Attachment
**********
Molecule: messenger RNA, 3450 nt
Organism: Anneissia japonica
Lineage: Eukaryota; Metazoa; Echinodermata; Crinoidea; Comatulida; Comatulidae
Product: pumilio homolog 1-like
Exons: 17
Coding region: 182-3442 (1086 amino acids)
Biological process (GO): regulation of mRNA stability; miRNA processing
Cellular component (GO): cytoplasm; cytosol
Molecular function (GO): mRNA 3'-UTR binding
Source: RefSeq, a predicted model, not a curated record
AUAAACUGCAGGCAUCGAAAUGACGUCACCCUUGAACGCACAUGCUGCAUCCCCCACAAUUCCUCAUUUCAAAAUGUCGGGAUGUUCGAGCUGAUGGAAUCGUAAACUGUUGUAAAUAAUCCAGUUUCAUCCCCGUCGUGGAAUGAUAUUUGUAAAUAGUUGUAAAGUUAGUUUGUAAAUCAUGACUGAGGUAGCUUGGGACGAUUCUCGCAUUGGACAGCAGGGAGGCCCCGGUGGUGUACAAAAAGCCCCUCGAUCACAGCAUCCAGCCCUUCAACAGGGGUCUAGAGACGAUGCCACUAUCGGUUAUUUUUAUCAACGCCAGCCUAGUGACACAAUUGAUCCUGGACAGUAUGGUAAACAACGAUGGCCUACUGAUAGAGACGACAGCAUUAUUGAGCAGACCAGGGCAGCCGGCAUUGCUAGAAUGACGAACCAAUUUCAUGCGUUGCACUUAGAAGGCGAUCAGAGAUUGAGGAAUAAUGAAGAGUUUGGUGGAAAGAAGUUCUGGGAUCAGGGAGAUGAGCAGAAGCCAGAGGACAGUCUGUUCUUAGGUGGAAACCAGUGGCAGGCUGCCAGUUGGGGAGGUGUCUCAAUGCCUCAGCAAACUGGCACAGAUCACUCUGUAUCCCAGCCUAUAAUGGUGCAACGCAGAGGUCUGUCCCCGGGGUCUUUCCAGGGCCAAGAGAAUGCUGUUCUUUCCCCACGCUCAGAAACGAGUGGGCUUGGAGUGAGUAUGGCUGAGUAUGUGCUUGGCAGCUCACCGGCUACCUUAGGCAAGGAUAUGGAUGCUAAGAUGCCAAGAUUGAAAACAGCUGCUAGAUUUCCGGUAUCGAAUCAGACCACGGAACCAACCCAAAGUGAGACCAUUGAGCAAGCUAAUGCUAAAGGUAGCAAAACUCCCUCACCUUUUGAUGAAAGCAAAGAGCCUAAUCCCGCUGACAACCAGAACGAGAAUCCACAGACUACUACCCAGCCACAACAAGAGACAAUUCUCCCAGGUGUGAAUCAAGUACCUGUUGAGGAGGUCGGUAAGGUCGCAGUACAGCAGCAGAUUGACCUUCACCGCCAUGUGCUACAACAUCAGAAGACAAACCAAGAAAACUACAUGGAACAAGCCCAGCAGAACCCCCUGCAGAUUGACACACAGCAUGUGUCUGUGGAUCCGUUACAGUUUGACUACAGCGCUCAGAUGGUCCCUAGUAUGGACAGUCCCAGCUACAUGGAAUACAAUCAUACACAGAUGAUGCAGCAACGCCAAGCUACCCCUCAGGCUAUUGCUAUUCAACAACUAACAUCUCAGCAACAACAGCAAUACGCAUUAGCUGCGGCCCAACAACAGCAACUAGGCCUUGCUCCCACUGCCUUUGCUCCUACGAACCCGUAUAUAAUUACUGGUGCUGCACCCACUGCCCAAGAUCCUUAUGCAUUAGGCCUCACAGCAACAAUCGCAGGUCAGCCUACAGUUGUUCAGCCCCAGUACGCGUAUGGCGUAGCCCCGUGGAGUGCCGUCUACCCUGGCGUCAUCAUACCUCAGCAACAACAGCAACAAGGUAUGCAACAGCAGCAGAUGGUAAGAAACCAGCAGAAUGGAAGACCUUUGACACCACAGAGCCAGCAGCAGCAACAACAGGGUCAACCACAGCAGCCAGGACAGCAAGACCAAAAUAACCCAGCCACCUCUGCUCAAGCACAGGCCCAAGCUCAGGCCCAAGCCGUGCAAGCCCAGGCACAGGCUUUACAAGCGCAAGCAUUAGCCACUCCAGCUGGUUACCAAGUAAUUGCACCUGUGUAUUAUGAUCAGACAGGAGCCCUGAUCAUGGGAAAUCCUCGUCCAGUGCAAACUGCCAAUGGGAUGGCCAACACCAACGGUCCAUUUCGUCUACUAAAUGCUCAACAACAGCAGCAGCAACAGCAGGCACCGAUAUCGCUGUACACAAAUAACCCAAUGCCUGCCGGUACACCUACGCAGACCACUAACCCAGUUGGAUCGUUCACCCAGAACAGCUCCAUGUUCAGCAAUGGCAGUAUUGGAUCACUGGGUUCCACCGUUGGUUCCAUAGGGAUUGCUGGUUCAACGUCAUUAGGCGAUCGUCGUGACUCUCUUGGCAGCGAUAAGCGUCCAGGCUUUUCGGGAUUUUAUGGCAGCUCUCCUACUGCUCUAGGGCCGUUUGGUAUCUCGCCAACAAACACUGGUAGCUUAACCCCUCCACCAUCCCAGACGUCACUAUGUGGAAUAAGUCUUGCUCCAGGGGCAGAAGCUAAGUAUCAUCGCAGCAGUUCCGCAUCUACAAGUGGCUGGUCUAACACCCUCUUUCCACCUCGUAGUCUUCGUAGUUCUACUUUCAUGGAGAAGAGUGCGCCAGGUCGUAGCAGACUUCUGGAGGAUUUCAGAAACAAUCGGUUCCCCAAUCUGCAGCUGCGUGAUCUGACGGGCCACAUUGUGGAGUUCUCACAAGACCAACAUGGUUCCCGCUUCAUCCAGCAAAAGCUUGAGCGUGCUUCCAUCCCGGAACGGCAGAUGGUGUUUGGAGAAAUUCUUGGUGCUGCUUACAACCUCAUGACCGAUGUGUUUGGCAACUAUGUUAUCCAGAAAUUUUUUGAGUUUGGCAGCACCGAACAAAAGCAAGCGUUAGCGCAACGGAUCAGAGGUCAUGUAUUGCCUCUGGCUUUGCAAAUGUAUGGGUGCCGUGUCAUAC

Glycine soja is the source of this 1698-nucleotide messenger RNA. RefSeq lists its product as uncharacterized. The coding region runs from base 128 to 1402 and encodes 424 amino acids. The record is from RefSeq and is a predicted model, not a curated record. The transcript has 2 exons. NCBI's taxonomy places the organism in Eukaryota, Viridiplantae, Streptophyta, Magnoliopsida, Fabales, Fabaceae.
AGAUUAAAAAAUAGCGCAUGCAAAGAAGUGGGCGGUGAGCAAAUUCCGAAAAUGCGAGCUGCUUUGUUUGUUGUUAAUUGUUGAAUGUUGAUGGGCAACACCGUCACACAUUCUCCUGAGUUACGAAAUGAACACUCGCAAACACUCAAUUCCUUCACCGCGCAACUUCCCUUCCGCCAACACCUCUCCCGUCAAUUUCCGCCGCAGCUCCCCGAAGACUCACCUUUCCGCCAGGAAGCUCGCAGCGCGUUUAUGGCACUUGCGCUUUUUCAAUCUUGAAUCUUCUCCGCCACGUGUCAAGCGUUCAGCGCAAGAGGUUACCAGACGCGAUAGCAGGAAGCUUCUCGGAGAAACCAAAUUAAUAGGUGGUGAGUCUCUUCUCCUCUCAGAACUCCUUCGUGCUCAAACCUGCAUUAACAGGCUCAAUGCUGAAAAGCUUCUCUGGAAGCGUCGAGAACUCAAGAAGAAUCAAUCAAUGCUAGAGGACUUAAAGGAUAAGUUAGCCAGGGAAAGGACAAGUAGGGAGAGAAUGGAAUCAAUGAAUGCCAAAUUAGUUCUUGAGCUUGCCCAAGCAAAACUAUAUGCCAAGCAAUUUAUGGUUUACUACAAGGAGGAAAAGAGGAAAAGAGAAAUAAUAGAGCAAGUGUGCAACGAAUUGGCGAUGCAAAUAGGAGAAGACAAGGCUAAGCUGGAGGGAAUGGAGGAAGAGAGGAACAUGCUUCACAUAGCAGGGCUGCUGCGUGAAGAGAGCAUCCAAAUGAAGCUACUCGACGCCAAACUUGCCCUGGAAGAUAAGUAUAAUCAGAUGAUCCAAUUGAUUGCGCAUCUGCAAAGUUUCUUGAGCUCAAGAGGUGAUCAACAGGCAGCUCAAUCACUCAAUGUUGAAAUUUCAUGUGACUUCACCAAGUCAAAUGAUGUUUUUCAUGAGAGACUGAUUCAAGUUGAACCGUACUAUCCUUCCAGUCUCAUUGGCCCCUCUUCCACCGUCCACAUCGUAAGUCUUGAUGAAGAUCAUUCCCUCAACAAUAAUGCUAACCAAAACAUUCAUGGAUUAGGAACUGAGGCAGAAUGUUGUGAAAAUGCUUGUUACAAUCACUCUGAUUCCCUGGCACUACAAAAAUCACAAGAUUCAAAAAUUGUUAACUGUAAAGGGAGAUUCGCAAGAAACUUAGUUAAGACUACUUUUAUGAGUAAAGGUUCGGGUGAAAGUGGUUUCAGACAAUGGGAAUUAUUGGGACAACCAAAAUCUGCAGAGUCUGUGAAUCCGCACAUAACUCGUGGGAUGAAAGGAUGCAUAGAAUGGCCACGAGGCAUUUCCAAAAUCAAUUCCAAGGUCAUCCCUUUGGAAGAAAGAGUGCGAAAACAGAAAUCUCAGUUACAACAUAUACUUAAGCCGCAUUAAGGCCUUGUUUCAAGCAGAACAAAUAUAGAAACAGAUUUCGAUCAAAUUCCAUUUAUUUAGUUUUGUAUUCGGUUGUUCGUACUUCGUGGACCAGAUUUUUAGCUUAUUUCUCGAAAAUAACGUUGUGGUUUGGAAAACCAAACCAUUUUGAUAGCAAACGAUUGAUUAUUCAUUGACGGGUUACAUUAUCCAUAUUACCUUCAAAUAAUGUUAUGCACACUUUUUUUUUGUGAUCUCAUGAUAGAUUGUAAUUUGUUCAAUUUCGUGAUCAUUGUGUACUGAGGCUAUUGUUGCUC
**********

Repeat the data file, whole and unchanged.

Molecule: messenger RNA, 3450 nt
Organism: Anneissia japonica
Lineage: Eukaryota; Metazoa; Echinodermata; Crinoidea; Comatulida; Comatulidae
Product: pumilio homolog 1-like
Exons: 17
Coding region: 182-3442 (1086 amino acids)
Biological process (GO): regulation of mRNA stability; miRNA processing
Cellular component (GO): cytoplasm; cytosol
Molecular function (GO): mRNA 3'-UTR binding
Source: RefSeq, a predicted model, not a curated record
AUAAACUGCAGGCAUCGAAAUGACGUCACCCUUGAACGCACAUGCUGCAUCCCCCACAAUUCCUCAUUUCAAAAUGUCGGGAUGUUCGAGCUGAUGGAAUCGUAAACUGUUGUAAAUAAUCCAGUUUCAUCCCCGUCGUGGAAUGAUAUUUGUAAAUAGUUGUAAAGUUAGUUUGUAAAUCAUGACUGAGGUAGCUUGGGACGAUUCUCGCAUUGGACAGCAGGGAGGCCCCGGUGGUGUACAAAAAGCCCCUCGAUCACAGCAUCCAGCCCUUCAACAGGGGUCUAGAGACGAUGCCACUAUCGGUUAUUUUUAUCAACGCCAGCCUAGUGACACAAUUGAUCCUGGACAGUAUGGUAAACAACGAUGGCCUACUGAUAGAGACGACAGCAUUAUUGAGCAGACCAGGGCAGCCGGCAUUGCUAGAAUGACGAACCAAUUUCAUGCGUUGCACUUAGAAGGCGAUCAGAGAUUGAGGAAUAAUGAAGAGUUUGGUGGAAAGAAGUUCUGGGAUCAGGGAGAUGAGCAGAAGCCAGAGGACAGUCUGUUCUUAGGUGGAAACCAGUGGCAGGCUGCCAGUUGGGGAGGUGUCUCAAUGCCUCAGCAAACUGGCACAGAUCACUCUGUAUCCCAGCCUAUAAUGGUGCAACGCAGAGGUCUGUCCCCGGGGUCUUUCCAGGGCCAAGAGAAUGCUGUUCUUUCCCCACGCUCAGAAACGAGUGGGCUUGGAGUGAGUAUGGCUGAGUAUGUGCUUGGCAGCUCACCGGCUACCUUAGGCAAGGAUAUGGAUGCUAAGAUGCCAAGAUUGAAAACAGCUGCUAGAUUUCCGGUAUCGAAUCAGACCACGGAACCAACCCAAAGUGAGACCAUUGAGCAAGCUAAUGCUAAAGGUAGCAAAACUCCCUCACCUUUUGAUGAAAGCAAAGAGCCUAAUCCCGCUGACAACCAGAACGAGAAUCCACAGACUACUACCCAGCCACAACAAGAGACAAUUCUCCCAGGUGUGAAUCAAGUACCUGUUGAGGAGGUCGGUAAGGUCGCAGUACAGCAGCAGAUUGACCUUCACCGCCAUGUGCUACAACAUCAGAAGACAAACCAAGAAAACUACAUGGAACAAGCCCAGCAGAACCCCCUGCAGAUUGACACACAGCAUGUGUCUGUGGAUCCGUUACAGUUUGACUACAGCGCUCAGAUGGUCCCUAGUAUGGACAGUCCCAGCUACAUGGAAUACAAUCAUACACAGAUGAUGCAGCAACGCCAAGCUACCCCUCAGGCUAUUGCUAUUCAACAACUAACAUCUCAGCAACAACAGCAAUACGCAUUAGCUGCGGCCCAACAACAGCAACUAGGCCUUGCUCCCACUGCCUUUGCUCCUACGAACCCGUAUAUAAUUACUGGUGCUGCACCCACUGCCCAAGAUCCUUAUGCAUUAGGCCUCACAGCAACAAUCGCAGGUCAGCCUACAGUUGUUCAGCCCCAGUACGCGUAUGGCGUAGCCCCGUGGAGUGCCGUCUACCCUGGCGUCAUCAUACCUCAGCAACAACAGCAACAAGGUAUGCAACAGCAGCAGAUGGUAAGAAACCAGCAGAAUGGAAGACCUUUGACACCACAGAGCCAGCAGCAGCAACAACAGGGUCAACCACAGCAGCCAGGACAGCAAGACCAAAAUAACCCAGCCACCUCUGCUCAAGCACAGGCCCAAGCUCAGGCCCAAGCCGUGCAAGCCCAGGCACAGGCUUUACAAGCGCAAGCAUUAGCCACUCCAGCUGGUUACCAAGUAAUUGCACCUGUGUAUUAUGAUCAGACAGGAGCCCUGAUCAUGGGAAAUCCUCGUCCAGUGCAAACUGCCAAUGGGAUGGCCAACACCAACGGUCCAUUUCGUCUACUAAAUGCUCAACAACAGCAGCAGCAACAGCAGGCACCGAUAUCGCUGUACACAAAUAACCCAAUGCCUGCCGGUACACCUACGCAGACCACUAACCCAGUUGGAUCGUUCACCCAGAACAGCUCCAUGUUCAGCAAUGGCAGUAUUGGAUCACUGGGUUCCACCGUUGGUUCCAUAGGGAUUGCUGGUUCAACGUCAUUAGGCGAUCGUCGUGACUCUCUUGGCAGCGAUAAGCGUCCAGGCUUUUCGGGAUUUUAUGGCAGCUCUCCUACUGCUCUAGGGCCGUUUGGUAUCUCGCCAACAAACACUGGUAGCUUAACCCCUCCACCAUCCCAGACGUCACUAUGUGGAAUAAGUCUUGCUCCAGGGGCAGAAGCUAAGUAUCAUCGCAGCAGUUCCGCAUCUACAAGUGGCUGGUCUAACACCCUCUUUCCACCUCGUAGUCUUCGUAGUUCUACUUUCAUGGAGAAGAGUGCGCCAGGUCGUAGCAGACUUCUGGAGGAUUUCAGAAACAAUCGGUUCCCCAAUCUGCAGCUGCGUGAUCUGACGGGCCACAUUGUGGAGUUCUCACAAGACCAACAUGGUUCCCGCUUCAUCCAGCAAAAGCUUGAGCGUGCUUCCAUCCCGGAACGGCAGAUGGUGUUUGGAGAAAUUCUUGGUGCUGCUUACAACCUCAUGACCGAUGUGUUUGGCAACUAUGUUAUCCAGAAAUUUUUUGAGUUUGGCAGCACCGAACAAAAGCAAGCGUUAGCGCAACGGAUCAGAGGUCAUGUAUUGCCUCUGGCUUUGCAAAUGUAUGGGUGCCGUGUCAUAC

Glycine soja is the source of this 1698-nucleotide messenger RNA. RefSeq lists its product as uncharacterized. The coding region runs from base 128 to 1402 and encodes 424 amino acids. The record is from RefSeq and is a predicted model, not a curated record. The transcript has 2 exons. NCBI's taxonomy places the organism in Eukaryota, Viridiplantae, Streptophyta, Magnoliopsida, Fabales, Fabaceae.
AGAUUAAAAAAUAGCGCAUGCAAAGAAGUGGGCGGUGAGCAAAUUCCGAAAAUGCGAGCUGCUUUGUUUGUUGUUAAUUGUUGAAUGUUGAUGGGCAACACCGUCACACAUUCUCCUGAGUUACGAAAUGAACACUCGCAAACACUCAAUUCCUUCACCGCGCAACUUCCCUUCCGCCAACACCUCUCCCGUCAAUUUCCGCCGCAGCUCCCCGAAGACUCACCUUUCCGCCAGGAAGCUCGCAGCGCGUUUAUGGCACUUGCGCUUUUUCAAUCUUGAAUCUUCUCCGCCACGUGUCAAGCGUUCAGCGCAAGAGGUUACCAGACGCGAUAGCAGGAAGCUUCUCGGAGAAACCAAAUUAAUAGGUGGUGAGUCUCUUCUCCUCUCAGAACUCCUUCGUGCUCAAACCUGCAUUAACAGGCUCAAUGCUGAAAAGCUUCUCUGGAAGCGUCGAGAACUCAAGAAGAAUCAAUCAAUGCUAGAGGACUUAAAGGAUAAGUUAGCCAGGGAAAGGACAAGUAGGGAGAGAAUGGAAUCAAUGAAUGCCAAAUUAGUUCUUGAGCUUGCCCAAGCAAAACUAUAUGCCAAGCAAUUUAUGGUUUACUACAAGGAGGAAAAGAGGAAAAGAGAAAUAAUAGAGCAAGUGUGCAACGAAUUGGCGAUGCAAAUAGGAGAAGACAAGGCUAAGCUGGAGGGAAUGGAGGAAGAGAGGAACAUGCUUCACAUAGCAGGGCUGCUGCGUGAAGAGAGCAUCCAAAUGAAGCUACUCGACGCCAAACUUGCCCUGGAAGAUAAGUAUAAUCAGAUGAUCCAAUUGAUUGCGCAUCUGCAAAGUUUCUUGAGCUCAAGAGGUGAUCAACAGGCAGCUCAAUCACUCAAUGUUGAAAUUUCAUGUGACUUCACCAAGUCAAAUGAUGUUUUUCAUGAGAGACUGAUUCAAGUUGAACCGUACUAUCCUUCCAGUCUCAUUGGCCCCUCUUCCACCGUCCACAUCGUAAGUCUUGAUGAAGAUCAUUCCCUCAACAAUAAUGCUAACCAAAACAUUCAUGGAUUAGGAACUGAGGCAGAAUGUUGUGAAAAUGCUUGUUACAAUCACUCUGAUUCCCUGGCACUACAAAAAUCACAAGAUUCAAAAAUUGUUAACUGUAAAGGGAGAUUCGCAAGAAACUUAGUUAAGACUACUUUUAUGAGUAAAGGUUCGGGUGAAAGUGGUUUCAGACAAUGGGAAUUAUUGGGACAACCAAAAUCUGCAGAGUCUGUGAAUCCGCACAUAACUCGUGGGAUGAAAGGAUGCAUAGAAUGGCCACGAGGCAUUUCCAAAAUCAAUUCCAAGGUCAUCCCUUUGGAAGAAAGAGUGCGAAAACAGAAAUCUCAGUUACAACAUAUACUUAAGCCGCAUUAAGGCCUUGUUUCAAGCAGAACAAAUAUAGAAACAGAUUUCGAUCAAAUUCCAUUUAUUUAGUUUUGUAUUCGGUUGUUCGUACUUCGUGGACCAGAUUUUUAGCUUAUUUCUCGAAAAUAACGUUGUGGUUUGGAAAACCAAACCAUUUUGAUAGCAAACGAUUGAUUAUUCAUUGACGGGUUACAUUAUCCAUAUUACCUUCAAAUAAUGUUAUGCACACUUUUUUUUUGUGAUCUCAUGAUAGAUUGUAAUUUGUUCAAUUUCGUGAUCAUUGUGUACUGAGGCUAUUGUUGCUC